Amazon has officially thrown down the gauntlet in the supermarket wars with its $13.7 billion all-cash purchase of Whole Foods. But what does it really mean?

Whole Foods CEO John Mackey, who will stick around after the Amazon deal closes, told Bloomberg Businessweek in 2015 that AmazonFresh, the tech behemoth's foray into groceries, would be its "Waterloo." And now, as the Wall Street Journal points out, "[W]hile the company’s existing distribution footprint is immense, only about 3% of its 94.5 million square feet of distribution space is devoted to fresh-food delivery, according to Marc Wulfraat, president of supply-chain consultancy MWPVL."

Whole Foods reported 17.8 million gross square feet of space at the end of 2016, with another 4.1 million in development. It also has 11 distribution centers of its own, according to Mr. Wulfraat. So Amazon’s acquisition of the food seller significantly boosts its grocery capacity. And the average size of Whole Foods’ stores has crept up by 14% over the past five years, which theoretically gives Amazon more room to add other types of products or services, such as same-day pickup for goods sold online.

CNBC's Jim Cramer said

, "I know anyone in grocery was crushed by this today and that makes sense, at least initially. Yes, it's that much of a disruption to have the company that wanted to clothe and entertain you decide that that's not enough. Now wants to feed you, too."

Indeed: Kroger shares dropped 11% and WalMart shares fell 6% after the deal was announced. On Friday, WalMart announced its own e-commerce-related deal: It bought the clothing brand Bonobos for $300 million.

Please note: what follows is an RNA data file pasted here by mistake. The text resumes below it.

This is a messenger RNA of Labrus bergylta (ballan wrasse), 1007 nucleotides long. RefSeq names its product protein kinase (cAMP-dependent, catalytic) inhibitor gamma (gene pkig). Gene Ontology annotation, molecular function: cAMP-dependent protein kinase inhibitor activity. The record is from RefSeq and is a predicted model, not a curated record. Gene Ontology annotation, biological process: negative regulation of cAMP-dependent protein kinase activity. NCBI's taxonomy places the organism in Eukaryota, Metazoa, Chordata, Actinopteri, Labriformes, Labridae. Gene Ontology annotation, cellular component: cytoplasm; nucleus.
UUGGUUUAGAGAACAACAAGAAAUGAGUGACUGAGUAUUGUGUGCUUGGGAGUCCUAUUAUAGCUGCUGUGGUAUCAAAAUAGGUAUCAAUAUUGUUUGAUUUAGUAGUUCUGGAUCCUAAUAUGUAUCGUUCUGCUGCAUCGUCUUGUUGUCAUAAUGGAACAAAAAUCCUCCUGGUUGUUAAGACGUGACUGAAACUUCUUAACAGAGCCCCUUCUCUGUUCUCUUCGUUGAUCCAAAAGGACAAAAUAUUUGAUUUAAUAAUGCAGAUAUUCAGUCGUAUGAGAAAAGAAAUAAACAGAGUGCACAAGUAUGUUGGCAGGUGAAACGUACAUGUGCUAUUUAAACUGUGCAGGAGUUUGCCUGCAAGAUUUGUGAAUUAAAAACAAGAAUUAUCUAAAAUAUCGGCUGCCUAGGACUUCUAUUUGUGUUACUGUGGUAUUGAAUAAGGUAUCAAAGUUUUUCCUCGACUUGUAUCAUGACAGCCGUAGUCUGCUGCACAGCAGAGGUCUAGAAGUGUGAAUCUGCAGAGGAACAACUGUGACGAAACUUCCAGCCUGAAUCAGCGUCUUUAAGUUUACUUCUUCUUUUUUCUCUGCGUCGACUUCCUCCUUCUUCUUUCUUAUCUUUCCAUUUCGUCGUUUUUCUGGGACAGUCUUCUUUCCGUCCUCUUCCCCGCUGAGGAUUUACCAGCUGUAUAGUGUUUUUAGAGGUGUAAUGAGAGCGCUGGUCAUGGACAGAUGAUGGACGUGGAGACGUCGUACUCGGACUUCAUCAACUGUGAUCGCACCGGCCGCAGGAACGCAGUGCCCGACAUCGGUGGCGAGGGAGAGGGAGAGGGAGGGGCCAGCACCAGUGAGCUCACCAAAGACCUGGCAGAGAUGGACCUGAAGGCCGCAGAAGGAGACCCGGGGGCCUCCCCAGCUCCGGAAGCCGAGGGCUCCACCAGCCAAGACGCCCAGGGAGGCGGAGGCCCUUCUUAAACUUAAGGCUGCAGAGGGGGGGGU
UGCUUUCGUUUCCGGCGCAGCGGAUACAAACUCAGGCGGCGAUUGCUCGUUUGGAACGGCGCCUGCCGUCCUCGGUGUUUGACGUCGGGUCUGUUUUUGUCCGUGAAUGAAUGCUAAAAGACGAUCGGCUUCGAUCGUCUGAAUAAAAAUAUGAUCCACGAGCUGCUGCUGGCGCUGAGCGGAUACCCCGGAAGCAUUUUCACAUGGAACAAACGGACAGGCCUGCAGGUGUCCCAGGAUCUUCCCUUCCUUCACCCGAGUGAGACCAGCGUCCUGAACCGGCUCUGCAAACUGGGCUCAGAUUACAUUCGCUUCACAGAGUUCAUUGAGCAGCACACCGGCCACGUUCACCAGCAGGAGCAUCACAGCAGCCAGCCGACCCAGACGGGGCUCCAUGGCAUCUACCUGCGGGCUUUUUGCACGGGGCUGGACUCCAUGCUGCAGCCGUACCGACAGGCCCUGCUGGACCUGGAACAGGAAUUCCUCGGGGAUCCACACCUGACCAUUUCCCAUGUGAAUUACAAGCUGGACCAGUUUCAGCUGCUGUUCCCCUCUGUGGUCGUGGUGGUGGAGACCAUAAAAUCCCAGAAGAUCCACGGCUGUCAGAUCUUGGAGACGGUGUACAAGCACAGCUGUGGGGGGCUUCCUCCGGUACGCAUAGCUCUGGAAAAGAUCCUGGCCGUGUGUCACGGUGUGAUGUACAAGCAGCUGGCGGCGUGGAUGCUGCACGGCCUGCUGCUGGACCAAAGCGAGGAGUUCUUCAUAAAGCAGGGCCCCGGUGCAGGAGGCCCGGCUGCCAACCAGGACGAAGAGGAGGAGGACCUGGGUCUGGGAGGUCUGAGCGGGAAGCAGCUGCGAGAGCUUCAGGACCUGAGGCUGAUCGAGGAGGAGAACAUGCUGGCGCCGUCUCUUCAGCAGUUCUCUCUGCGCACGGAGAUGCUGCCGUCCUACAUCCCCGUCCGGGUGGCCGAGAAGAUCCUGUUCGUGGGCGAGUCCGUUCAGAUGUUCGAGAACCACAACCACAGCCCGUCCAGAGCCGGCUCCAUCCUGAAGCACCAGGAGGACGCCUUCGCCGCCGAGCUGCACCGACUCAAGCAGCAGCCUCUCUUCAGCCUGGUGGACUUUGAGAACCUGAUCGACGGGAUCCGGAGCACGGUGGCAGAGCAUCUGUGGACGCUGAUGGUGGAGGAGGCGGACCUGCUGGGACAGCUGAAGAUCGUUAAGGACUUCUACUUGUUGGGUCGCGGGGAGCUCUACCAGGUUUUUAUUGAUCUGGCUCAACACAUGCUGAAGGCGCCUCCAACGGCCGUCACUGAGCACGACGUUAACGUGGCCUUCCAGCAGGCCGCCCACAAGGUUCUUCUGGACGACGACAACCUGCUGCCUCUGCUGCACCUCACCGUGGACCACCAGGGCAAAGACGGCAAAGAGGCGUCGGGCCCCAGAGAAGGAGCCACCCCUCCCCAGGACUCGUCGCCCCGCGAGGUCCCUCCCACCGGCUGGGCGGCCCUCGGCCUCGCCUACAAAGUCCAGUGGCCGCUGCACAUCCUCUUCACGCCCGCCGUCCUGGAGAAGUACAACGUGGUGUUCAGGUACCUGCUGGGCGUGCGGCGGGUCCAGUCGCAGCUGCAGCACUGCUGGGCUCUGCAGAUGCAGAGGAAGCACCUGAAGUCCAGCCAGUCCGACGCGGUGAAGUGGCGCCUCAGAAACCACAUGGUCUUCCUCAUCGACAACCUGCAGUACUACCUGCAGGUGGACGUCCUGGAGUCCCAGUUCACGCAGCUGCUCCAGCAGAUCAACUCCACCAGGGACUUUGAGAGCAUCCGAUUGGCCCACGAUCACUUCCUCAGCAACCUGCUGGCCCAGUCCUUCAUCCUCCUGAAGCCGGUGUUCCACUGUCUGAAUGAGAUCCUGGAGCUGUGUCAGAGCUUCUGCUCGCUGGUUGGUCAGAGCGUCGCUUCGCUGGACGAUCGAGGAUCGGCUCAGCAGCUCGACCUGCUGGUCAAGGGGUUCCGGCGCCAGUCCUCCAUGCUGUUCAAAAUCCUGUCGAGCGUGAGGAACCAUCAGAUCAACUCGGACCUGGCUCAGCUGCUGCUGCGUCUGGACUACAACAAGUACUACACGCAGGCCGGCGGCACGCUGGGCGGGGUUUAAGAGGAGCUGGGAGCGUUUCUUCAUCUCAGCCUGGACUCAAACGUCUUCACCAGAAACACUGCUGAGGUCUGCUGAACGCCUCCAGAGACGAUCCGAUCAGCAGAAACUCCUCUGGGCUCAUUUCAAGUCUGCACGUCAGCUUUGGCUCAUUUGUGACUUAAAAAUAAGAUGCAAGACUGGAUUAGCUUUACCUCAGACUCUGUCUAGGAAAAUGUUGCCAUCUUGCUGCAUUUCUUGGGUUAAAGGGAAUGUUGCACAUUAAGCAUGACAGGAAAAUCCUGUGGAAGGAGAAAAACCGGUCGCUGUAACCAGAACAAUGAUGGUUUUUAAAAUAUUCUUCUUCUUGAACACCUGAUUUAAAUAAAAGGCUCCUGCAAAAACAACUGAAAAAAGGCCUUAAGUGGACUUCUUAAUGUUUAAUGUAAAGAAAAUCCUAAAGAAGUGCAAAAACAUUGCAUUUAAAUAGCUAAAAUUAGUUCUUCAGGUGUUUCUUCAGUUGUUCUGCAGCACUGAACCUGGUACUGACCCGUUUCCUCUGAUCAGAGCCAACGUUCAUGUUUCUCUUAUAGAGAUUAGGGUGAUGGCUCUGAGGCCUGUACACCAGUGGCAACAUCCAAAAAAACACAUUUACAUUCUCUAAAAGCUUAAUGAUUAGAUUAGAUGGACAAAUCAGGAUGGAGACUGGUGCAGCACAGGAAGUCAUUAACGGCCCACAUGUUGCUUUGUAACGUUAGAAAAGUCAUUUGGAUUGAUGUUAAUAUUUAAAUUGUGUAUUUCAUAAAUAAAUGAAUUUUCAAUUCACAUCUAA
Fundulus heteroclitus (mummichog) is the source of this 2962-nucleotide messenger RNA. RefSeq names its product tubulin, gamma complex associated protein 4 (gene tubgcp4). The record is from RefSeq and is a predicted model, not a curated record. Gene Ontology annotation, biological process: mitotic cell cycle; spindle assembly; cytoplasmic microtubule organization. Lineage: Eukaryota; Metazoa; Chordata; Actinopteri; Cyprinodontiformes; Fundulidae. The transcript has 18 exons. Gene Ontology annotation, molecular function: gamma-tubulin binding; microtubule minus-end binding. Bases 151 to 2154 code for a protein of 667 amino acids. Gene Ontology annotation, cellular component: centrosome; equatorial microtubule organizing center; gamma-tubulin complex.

Whole Foods has been struggling for the past couple years as more grocery retailers have offered organic foods—at competitive prices. Also, the scandal where the NYC Department of Consumer Affairs found that Whole Foods was overcharging customers didn't help either.

Analyst Michael Pachter told Bloomberg Businessweek, "Amazon clearly wants to be in grocery, clearly believes a physical presence gives them an advantage. I assume the physical presence gives them the ability to distribute other products more locally. So theoretically you could get 5-minute delivery." Also, Amazon has been experimenting with pickup options for its AmazonFresh offering.

However, some think the deal could have been more of a "defensive" move. German supermarket brands Aldi and Lidl are looking to enter the U.S. market, with Lidl opening 10 stores on the East Coast. A consultant told the NY Times, that he "recently returned from a research trip to Britain, where he said Lidl had significantly 'slowed down' Amazon’s growth. 'Shoppers, vendors, people with whom we talked across the country said that Lidl literally transformed everybody’s standard of living, whether they shopped at Lidl or not,' he said. 'They either stopped shopping at Amazon, or they shopped a lot less.'"

Last month, NYU professor and brand strategist Scott Galloway predicted the deal in a podcast with Recode, "Everyone looks to Amazon for leadership and I’ve been predicting they were going to go into stores for five years. I can’t even really legitimately say I’m right, because they don’t have a lot of stores yet. They haven’t found a model that works for them yet... I still believe they’re going to buy a Macy’s, or a Carrefour or something like that. I can’t imagine why they wouldn’t buy Whole Foods, for example, just because of the urban locations. They could close them down and just turn them into warehouses and I think they could justify the price."

In this month's Texas Monthly, Mackey said of Whole Foods investors agitating for him to sell the business, "These people, they just want to sell Whole Foods Market and make hundreds of millions of dollars, and they have to know that I’m going to resist that. That’s my baby. I’m going to protect my kid, and they’ve got to knock Daddy out if they want to take it over"